What is the correct way to to btrfs Backups using btrbk?

Hey people!

I use the Fedora BTRFS setup just “cuz it works” and it is fine. But I really need a good backup solution and I would like to profit from btrfs and btrbk here.

I am on Fedora Kinoite, and have an empty HDD that is also 1TB in size. I need to encrypt it with LUKS and use it over USB.

Problems: I have no idea how to do that.

>> sudo btrfs filesystem show -d --human-readable                                                                                                                       
Label: 'fedora_fedora'  uuid: abcd1234
        Total devices 1 FS bytes used 863.60GiB
        devid    1 size 929.91GiB used 929.91GiB path /dev/mapper/luks-xxxx-yyyy

>> lsblk
# ...
nvme0n1                                       259:0    0 931,5G  0 disk  
├─nvme0n1p1                                   259:1    0   600M  0 part  /boot/efi
├─nvme0n1p2                                   259:2    0     1G  0 part  /boot
└─nvme0n1p3                                   259:3    0 929,9G  0 part  
  └─luks-xxxx-yyyy                            253:0    0 929,9G  0 crypt /var/home

Also, I have ~/Big-Files and ~/Sync-Phone that I dont want to be backed up, as it is not that important and not only on my device.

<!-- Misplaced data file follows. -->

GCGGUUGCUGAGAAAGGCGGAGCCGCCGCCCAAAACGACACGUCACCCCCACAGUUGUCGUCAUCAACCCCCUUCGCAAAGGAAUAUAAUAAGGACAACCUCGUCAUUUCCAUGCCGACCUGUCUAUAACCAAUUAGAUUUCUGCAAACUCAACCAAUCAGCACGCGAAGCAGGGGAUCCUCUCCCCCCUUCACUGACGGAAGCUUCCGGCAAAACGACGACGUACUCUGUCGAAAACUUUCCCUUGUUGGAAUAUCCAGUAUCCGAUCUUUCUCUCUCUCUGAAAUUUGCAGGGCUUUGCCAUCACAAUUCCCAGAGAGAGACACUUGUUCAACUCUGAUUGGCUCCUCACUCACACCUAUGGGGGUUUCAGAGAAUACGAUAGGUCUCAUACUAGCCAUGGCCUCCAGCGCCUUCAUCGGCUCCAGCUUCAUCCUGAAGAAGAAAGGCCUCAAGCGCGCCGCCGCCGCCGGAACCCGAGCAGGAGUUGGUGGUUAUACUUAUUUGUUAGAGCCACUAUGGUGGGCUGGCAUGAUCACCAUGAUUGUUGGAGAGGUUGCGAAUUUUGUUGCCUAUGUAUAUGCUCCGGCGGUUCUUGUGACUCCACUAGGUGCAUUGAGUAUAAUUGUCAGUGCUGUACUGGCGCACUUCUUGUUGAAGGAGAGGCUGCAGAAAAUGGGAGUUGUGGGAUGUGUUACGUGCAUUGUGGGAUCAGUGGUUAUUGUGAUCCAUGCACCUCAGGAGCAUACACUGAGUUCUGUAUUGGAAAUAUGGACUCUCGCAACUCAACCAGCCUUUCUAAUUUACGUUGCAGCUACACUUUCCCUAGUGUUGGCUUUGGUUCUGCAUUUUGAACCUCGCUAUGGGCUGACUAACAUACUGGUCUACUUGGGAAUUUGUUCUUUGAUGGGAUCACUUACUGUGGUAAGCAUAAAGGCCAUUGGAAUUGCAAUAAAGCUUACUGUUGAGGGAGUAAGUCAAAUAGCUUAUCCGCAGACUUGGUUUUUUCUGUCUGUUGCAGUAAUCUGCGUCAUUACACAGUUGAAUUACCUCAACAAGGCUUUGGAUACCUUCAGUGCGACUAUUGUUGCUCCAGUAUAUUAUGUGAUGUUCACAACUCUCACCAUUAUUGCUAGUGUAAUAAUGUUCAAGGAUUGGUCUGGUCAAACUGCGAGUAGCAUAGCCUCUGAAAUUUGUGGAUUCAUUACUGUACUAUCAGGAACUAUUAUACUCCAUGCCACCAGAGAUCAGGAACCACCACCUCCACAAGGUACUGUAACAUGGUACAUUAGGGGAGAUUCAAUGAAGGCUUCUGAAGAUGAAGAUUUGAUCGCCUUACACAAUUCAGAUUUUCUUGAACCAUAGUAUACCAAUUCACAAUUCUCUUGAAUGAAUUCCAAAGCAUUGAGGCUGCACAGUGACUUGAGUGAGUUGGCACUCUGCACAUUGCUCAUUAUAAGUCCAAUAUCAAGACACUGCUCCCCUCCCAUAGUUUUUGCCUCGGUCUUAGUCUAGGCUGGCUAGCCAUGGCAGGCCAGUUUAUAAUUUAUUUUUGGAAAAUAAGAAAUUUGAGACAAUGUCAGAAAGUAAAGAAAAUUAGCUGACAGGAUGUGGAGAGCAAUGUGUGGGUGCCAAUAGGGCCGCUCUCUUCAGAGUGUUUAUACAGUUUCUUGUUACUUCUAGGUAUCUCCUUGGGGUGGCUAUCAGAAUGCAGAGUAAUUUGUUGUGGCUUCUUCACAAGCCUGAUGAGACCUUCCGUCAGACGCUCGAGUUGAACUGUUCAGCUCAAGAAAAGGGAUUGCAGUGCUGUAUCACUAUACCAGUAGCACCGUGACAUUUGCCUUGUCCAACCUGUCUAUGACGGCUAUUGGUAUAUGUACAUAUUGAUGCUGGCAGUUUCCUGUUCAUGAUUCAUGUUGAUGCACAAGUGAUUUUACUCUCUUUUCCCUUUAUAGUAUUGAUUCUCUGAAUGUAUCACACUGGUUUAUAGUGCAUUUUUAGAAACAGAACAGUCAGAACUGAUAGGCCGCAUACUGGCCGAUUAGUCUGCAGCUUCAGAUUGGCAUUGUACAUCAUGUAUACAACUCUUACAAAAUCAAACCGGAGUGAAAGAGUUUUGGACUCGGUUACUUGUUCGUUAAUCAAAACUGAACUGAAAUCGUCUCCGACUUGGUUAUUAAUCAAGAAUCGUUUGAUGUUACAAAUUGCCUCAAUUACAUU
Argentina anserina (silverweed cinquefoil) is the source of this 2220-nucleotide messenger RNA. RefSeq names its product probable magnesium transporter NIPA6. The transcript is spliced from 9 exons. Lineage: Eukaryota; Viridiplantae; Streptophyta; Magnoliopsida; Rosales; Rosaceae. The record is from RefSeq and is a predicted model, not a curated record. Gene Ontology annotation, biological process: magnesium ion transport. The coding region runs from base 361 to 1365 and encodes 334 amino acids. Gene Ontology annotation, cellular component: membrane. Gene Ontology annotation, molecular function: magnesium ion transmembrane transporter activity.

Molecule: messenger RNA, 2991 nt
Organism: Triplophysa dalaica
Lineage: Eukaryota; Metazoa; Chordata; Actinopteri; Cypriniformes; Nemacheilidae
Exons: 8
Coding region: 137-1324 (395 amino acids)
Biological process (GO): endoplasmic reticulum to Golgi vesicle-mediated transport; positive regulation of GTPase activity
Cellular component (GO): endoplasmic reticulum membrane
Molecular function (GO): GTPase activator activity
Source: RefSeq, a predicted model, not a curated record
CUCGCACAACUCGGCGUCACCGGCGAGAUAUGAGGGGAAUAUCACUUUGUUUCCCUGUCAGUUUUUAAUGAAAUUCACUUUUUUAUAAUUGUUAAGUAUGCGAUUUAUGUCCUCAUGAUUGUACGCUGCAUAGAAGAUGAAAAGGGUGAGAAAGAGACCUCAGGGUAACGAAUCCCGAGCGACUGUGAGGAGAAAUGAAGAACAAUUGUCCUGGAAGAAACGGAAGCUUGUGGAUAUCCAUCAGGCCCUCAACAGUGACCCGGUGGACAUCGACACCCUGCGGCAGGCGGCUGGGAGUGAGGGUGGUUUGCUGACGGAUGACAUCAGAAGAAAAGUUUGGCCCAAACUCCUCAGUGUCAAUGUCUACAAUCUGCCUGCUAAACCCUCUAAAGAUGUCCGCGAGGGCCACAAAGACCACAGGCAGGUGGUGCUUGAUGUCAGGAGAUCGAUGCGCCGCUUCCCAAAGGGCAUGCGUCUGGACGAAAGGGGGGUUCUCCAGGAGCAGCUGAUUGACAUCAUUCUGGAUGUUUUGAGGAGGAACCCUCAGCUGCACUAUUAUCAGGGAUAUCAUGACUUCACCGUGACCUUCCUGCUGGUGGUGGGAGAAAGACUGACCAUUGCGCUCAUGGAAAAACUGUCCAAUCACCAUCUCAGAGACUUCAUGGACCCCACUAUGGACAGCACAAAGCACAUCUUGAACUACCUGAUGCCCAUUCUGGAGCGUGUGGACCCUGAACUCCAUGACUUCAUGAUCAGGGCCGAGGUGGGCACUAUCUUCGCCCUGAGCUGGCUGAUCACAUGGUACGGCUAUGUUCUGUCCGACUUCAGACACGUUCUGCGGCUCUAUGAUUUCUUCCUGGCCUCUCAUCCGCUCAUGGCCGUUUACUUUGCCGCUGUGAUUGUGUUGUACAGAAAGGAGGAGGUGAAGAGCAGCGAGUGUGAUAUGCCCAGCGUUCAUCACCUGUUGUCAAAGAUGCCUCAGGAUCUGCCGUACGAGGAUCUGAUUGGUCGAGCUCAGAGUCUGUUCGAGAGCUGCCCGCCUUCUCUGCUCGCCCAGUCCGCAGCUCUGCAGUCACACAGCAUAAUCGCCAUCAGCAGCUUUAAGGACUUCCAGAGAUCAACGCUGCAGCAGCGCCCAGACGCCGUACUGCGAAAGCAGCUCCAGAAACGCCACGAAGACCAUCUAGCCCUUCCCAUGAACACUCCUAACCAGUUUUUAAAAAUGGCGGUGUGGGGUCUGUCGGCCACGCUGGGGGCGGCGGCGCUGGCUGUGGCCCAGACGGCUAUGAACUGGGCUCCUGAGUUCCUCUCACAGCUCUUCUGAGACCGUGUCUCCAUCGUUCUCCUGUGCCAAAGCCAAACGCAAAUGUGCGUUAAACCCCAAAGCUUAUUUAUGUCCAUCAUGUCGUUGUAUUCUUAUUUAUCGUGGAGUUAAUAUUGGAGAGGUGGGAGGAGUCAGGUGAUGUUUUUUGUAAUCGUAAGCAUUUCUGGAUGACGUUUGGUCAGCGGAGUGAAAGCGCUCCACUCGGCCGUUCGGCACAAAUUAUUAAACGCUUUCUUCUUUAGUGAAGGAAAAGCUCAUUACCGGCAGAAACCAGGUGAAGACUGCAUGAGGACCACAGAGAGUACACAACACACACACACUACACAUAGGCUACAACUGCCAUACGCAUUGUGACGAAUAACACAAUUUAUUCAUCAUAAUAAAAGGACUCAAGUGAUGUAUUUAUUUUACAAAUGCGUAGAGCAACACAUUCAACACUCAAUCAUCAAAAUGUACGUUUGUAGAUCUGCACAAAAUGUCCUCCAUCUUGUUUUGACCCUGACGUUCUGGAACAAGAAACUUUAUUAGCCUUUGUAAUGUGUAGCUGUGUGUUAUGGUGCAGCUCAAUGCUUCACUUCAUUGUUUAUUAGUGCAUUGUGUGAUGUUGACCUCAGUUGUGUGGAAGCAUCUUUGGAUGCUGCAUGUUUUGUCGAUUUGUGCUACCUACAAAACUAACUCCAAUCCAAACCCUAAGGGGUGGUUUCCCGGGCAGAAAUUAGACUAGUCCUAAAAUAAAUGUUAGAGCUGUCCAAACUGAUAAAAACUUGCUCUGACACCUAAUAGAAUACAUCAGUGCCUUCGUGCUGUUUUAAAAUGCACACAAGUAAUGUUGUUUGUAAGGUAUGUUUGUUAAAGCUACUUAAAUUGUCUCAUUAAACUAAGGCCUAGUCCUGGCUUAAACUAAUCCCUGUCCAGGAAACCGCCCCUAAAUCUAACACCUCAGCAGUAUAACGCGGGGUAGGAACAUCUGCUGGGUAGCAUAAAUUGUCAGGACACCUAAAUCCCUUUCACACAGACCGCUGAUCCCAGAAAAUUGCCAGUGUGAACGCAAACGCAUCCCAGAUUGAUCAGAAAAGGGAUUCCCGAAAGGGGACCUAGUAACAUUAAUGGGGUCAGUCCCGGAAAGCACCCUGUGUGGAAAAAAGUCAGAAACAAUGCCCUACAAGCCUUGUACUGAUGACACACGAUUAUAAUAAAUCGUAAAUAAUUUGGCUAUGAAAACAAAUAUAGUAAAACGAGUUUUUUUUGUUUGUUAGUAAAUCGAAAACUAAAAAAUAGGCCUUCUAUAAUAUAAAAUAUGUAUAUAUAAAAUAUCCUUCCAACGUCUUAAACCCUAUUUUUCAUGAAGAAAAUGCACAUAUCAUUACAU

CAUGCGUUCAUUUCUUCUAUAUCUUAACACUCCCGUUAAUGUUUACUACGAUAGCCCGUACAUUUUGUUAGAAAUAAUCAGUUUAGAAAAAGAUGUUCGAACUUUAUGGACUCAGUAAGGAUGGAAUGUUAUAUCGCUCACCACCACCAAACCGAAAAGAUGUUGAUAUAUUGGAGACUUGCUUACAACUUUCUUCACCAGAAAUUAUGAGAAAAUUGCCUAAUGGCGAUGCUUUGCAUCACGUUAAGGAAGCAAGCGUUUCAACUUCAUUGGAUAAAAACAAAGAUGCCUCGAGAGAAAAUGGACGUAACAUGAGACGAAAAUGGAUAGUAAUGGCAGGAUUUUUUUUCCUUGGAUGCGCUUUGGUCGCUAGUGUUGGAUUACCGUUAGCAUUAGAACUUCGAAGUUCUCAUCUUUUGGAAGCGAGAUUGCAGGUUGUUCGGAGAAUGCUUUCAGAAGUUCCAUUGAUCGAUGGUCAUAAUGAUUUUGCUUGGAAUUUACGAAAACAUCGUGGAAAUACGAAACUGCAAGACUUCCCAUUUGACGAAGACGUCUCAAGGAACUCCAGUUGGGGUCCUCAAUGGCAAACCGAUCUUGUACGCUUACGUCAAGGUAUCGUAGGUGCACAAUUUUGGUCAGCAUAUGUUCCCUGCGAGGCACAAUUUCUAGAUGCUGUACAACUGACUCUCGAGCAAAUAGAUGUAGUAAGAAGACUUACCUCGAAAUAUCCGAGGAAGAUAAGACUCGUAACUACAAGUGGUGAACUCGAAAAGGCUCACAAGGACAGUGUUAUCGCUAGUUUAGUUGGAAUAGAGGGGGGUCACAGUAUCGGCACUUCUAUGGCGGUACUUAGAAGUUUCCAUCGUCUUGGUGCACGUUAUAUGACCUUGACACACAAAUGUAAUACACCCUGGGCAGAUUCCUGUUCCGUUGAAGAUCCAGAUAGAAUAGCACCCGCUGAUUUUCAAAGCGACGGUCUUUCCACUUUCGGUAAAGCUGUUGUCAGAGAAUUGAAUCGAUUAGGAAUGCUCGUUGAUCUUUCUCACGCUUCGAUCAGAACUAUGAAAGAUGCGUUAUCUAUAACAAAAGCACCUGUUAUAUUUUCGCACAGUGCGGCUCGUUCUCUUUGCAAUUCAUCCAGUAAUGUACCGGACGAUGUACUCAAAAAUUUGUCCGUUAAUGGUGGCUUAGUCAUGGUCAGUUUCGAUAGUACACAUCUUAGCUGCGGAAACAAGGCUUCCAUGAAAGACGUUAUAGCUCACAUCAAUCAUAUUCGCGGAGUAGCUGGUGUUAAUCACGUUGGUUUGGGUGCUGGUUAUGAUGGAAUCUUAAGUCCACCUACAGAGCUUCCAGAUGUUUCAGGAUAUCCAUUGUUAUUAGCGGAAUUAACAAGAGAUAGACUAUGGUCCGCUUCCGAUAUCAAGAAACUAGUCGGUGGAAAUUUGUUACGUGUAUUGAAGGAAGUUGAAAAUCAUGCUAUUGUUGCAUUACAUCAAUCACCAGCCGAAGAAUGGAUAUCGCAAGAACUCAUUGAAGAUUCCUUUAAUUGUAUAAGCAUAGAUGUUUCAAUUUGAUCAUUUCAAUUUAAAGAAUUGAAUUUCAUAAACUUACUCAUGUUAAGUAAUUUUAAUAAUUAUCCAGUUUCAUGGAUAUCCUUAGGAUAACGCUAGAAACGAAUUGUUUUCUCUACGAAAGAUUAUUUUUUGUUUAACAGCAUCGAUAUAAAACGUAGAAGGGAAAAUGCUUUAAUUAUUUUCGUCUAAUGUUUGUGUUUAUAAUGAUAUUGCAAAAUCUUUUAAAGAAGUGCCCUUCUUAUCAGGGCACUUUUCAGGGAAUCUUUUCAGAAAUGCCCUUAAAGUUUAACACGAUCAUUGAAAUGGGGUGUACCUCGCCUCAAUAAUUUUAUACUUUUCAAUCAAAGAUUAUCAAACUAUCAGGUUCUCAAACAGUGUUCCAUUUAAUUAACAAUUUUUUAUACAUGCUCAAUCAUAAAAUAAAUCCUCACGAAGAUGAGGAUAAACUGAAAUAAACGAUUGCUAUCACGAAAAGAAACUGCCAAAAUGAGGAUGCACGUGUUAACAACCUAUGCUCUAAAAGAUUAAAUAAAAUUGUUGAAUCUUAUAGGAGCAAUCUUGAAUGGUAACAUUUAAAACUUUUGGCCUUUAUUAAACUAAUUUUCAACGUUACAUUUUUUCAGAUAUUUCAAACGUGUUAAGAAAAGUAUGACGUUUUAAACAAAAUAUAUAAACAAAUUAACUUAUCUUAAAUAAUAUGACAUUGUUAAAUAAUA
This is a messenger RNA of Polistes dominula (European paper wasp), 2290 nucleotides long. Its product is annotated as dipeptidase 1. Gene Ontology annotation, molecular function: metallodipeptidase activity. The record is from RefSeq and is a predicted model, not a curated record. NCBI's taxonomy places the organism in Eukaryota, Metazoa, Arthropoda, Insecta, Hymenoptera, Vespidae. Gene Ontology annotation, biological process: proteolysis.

So using rsync that would be pretty easy, but I would like to benefit of all that BTRFS stuff like mirroring etc. I would like to:

  • mirror my /var/lib/flatpak and /var/home/user only
  • exclude the said directories, can I put them into a different BTRFS subvolume while keeping them in that location?
  • define how many mirrored files I need
  • exclude some directories (Cryptomator) from keeping old files as these would be useless I suppose.

The strength of btrbk is automating snapshots and replicating them to another device. It’s not quite the same thing as mirroring, there’s a delay depending on how often the subvolume is snapshot and then replicated.

But btrfs definitely makes it cheap to do this often. Rsync will likely be easier to setup if you’re familiar with it. But it does require deep traversal on both sides to know what things have changed. Btrfs incremental send and receive can figure this out cheaply without deep traversal on both sides.

Whatever you want to replicate, needs to be a subvolume. A snapshot is also called a subvolume snapshot, it’s just a pre-populated subvolume. You can nest subvolumes within subvolumes. If you snapshot the parent, the snapshot does not descend (recursively) into nested subvolumes. So you can use subvolumes to both define what should and should not be snapshot.

Btrfs doesn’t really care about how you do the layout but I tend toward thinking of the flat layout Fedora is using for subvolumes that should be snapshot. And nested layout for subvolumes that I want to prevent snapshotting from descending into. Of course, you can still snapshot those nested subvolumes, or even irregularly.

thanks! So do you know if it is possible to create a subvolume in the subvolume /var/home and put an existing directory in there? I think that would be a good first step to sort my mess

Yes. It will behave like a directory, except it will have a different st_dev which some utilities will see as “crossing a file system boundary”, e.g. cp -x will not cross into subvolumes, but would cross into directories. So the nested subvolume is more than a directory but for the most part it behaves like one.